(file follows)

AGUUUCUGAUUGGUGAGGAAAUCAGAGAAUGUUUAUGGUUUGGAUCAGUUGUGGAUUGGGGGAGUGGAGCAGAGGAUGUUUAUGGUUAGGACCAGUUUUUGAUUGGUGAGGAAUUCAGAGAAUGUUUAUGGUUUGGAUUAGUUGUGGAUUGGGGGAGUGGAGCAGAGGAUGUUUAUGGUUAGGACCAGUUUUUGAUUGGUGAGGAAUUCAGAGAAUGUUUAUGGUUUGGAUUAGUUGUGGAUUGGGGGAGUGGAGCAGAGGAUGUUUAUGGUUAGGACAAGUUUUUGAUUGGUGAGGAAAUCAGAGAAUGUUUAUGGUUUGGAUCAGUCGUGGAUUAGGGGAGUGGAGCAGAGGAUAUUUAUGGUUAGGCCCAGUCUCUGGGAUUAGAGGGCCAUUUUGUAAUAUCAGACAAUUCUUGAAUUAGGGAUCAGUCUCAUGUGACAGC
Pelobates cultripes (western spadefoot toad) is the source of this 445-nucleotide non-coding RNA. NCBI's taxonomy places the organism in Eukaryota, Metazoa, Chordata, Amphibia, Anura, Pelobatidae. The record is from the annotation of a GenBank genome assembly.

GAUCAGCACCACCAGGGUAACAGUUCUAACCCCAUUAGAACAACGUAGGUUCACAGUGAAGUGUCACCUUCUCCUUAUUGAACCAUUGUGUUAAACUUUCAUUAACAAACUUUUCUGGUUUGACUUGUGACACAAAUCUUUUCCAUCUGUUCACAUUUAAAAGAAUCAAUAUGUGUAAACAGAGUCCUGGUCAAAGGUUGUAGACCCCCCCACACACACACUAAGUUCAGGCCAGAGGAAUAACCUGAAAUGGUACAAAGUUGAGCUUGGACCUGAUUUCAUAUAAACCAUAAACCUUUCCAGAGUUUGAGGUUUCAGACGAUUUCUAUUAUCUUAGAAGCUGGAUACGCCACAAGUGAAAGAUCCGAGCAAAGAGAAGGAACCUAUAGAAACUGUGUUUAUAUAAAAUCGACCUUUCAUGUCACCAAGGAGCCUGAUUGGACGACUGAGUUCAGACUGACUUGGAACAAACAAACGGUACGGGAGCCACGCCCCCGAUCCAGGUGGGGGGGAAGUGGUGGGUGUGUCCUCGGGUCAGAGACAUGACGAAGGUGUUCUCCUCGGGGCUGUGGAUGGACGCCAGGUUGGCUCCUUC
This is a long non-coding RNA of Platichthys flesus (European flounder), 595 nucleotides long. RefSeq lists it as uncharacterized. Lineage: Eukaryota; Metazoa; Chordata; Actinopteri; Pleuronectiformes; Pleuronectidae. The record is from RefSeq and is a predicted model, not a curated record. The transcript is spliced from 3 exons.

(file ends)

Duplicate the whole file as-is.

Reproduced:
AGUUUCUGAUUGGUGAGGAAAUCAGAGAAUGUUUAUGGUUUGGAUCAGUUGUGGAUUGGGGGAGUGGAGCAGAGGAUGUUUAUGGUUAGGACCAGUUUUUGAUUGGUGAGGAAUUCAGAGAAUGUUUAUGGUUUGGAUUAGUUGUGGAUUGGGGGAGUGGAGCAGAGGAUGUUUAUGGUUAGGACCAGUUUUUGAUUGGUGAGGAAUUCAGAGAAUGUUUAUGGUUUGGAUUAGUUGUGGAUUGGGGGAGUGGAGCAGAGGAUGUUUAUGGUUAGGACAAGUUUUUGAUUGGUGAGGAAAUCAGAGAAUGUUUAUGGUUUGGAUCAGUCGUGGAUUAGGGGAGUGGAGCAGAGGAUAUUUAUGGUUAGGCCCAGUCUCUGGGAUUAGAGGGCCAUUUUGUAAUAUCAGACAAUUCUUGAAUUAGGGAUCAGUCUCAUGUGACAGC
Pelobates cultripes (western spadefoot toad) is the source of this 445-nucleotide non-coding RNA. NCBI's taxonomy places the organism in Eukaryota, Metazoa, Chordata, Amphibia, Anura, Pelobatidae. The record is from the annotation of a GenBank genome assembly.

GAUCAGCACCACCAGGGUAACAGUUCUAACCCCAUUAGAACAACGUAGGUUCACAGUGAAGUGUCACCUUCUCCUUAUUGAACCAUUGUGUUAAACUUUCAUUAACAAACUUUUCUGGUUUGACUUGUGACACAAAUCUUUUCCAUCUGUUCACAUUUAAAAGAAUCAAUAUGUGUAAACAGAGUCCUGGUCAAAGGUUGUAGACCCCCCCACACACACACUAAGUUCAGGCCAGAGGAAUAACCUGAAAUGGUACAAAGUUGAGCUUGGACCUGAUUUCAUAUAAACCAUAAACCUUUCCAGAGUUUGAGGUUUCAGACGAUUUCUAUUAUCUUAGAAGCUGGAUACGCCACAAGUGAAAGAUCCGAGCAAAGAGAAGGAACCUAUAGAAACUGUGUUUAUAUAAAAUCGACCUUUCAUGUCACCAAGGAGCCUGAUUGGACGACUGAGUUCAGACUGACUUGGAACAAACAAACGGUACGGGAGCCACGCCCCCGAUCCAGGUGGGGGGGAAGUGGUGGGUGUGUCCUCGGGUCAGAGACAUGACGAAGGUGUUCUCCUCGGGGCUGUGGAUGGACGCCAGGUUGGCUCCUUC
This is a long non-coding RNA of Platichthys flesus (European flounder), 595 nucleotides long. RefSeq lists it as uncharacterized. Lineage: Eukaryota; Metazoa; Chordata; Actinopteri; Pleuronectiformes; Pleuronectidae. The record is from RefSeq and is a predicted model, not a curated record. The transcript is spliced from 3 exons.